Good morning. I will start with a trip down memory lane. Here is a photograph from the pumping station down at the far end of the reserve from the 1970’s:
This was taken when the majority of what is now the reserve was owned by Bryant and May and was covered in American hybrid black poplars
Fast-forward to more recent times, here are some lovely picture of marsh harriers that were hunting over the reserve recently:
Image credits: Stephen Reeve
Thank you very much to Roy and Stephen for sharing these images with us.
There was a large number of “wild swans” feeding north of the river on Tuesday. Although it was difficult to get an accurate count, there seemed to be a good number of Bewick’s swans and plenty of whooper swans.
It felt very spring like on Wednesday morning and there were plenty of birds singing first thing. This included a marsh tit, a song thrush and a goldcrest near the visitor centre. A skylark was also singing near the Washland viewpoint.
I walked around Brandon Fen and there were five roe deer skulking in the grazing marsh. A great white egret was feeding along the river and at least eight whooper swans were on the washland. At least five redshanks were also present.
I had a pleasant surprise when I drove in yesterday morning: a barn owl was perched up on the entrance barrier! Surprisingly, it let me get very close to it before it flew off. If only I had my camera!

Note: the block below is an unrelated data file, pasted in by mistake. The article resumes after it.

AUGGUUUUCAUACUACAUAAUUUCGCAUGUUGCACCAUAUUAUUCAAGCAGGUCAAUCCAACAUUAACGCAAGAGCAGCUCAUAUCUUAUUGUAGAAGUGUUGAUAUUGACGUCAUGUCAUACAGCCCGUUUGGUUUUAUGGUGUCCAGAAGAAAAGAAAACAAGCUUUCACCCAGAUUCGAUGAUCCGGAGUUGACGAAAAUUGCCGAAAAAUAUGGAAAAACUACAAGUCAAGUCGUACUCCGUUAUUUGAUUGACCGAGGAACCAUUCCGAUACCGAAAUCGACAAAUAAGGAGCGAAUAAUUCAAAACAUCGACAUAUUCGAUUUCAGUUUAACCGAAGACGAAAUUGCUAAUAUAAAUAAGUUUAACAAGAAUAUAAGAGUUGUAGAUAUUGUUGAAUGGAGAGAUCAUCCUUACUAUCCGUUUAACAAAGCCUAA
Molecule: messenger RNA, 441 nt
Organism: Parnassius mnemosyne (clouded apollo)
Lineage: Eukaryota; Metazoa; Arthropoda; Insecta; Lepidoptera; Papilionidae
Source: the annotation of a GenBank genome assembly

Volunteer Roger saw a great white egret from the Washland viewpoint first thing and another three were seen north of the river later on in the day. A pair of stonechats were feeding near Mere Hide and a sparrowhawk flew over the same area.
Although it was rather windy and wild this morning. I did see a few things during my walk around Brandon Fen. Two muntjac deer were skulking on the approach to the riverbank and a female marsh harrier was hunting over the grazing marsh. When I got to the Washland viewpoint, 31 whooper swans and two Bewick’s swans were present. A small group of siskins were feeding in the alders behind the visitor centre when we opened up which were lovely to see.
If you are planning to visit the reserve, the Public Footpath along the riverbank is likely to be slippery in places and wellies are now moreorless essential for negotiating this path at present.
We hope to see you soon!
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